“Freedom is indivisible; the chains

on any of my people were the chains

on all of them, the chains on all of my

people were the chains on me.”

–Nelson Mandela

 

A referendum on ending apartheid in South Africa was held on 17th March 1990, and resulted in a win for the “yes” vote. 68.7% of white South Africans voted for the end to racial segregation, and thus approved constitutional reforms to grant legal equality to blacks. This ultimately led to the lifting of the South African apartheid that had been in place since 1948.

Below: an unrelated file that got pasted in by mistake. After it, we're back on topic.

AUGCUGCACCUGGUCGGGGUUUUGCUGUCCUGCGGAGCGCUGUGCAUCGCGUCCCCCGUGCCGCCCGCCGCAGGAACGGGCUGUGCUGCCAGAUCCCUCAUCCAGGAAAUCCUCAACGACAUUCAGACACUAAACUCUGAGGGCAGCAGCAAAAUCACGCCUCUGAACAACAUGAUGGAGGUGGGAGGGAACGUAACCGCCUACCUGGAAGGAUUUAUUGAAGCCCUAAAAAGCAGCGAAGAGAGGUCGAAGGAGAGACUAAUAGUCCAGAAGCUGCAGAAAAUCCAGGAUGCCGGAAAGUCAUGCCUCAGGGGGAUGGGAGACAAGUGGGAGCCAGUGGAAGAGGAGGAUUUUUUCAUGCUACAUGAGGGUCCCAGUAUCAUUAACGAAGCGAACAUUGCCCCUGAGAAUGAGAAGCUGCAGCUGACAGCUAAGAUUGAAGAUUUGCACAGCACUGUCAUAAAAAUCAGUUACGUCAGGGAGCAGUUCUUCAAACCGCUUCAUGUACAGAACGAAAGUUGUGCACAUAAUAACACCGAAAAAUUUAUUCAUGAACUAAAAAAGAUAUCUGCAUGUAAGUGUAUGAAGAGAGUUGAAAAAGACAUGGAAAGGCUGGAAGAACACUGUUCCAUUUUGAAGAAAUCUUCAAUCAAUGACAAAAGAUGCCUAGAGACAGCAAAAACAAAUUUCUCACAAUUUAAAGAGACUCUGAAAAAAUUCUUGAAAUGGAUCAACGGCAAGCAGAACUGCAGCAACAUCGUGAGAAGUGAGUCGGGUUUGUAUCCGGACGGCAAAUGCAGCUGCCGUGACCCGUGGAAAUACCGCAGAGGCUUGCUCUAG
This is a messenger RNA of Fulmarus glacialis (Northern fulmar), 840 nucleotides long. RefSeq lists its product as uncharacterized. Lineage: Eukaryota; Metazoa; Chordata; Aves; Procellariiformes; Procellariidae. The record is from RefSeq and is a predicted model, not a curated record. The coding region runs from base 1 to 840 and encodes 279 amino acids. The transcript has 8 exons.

The referendum was based on the reforms proposed two years earlier by State President F. W. de Clerk, but was limited to only white voters. The reforms also included the suspension of capital punishment, the unbanning of different political parties, as well as the decision to release Nelson Mandela after 27 years of imprisonment.

Despite criticism by right-wing parties that accused the government of electoral fraud, the referendum results were put into effect. By 1991, all apartheid laws that restricted land ownership, specified separate living areas, and classified people by race were officially lifted, and eventually the first multi-racial elections held in 1994 resulted in Mandela becoming the first black South African President.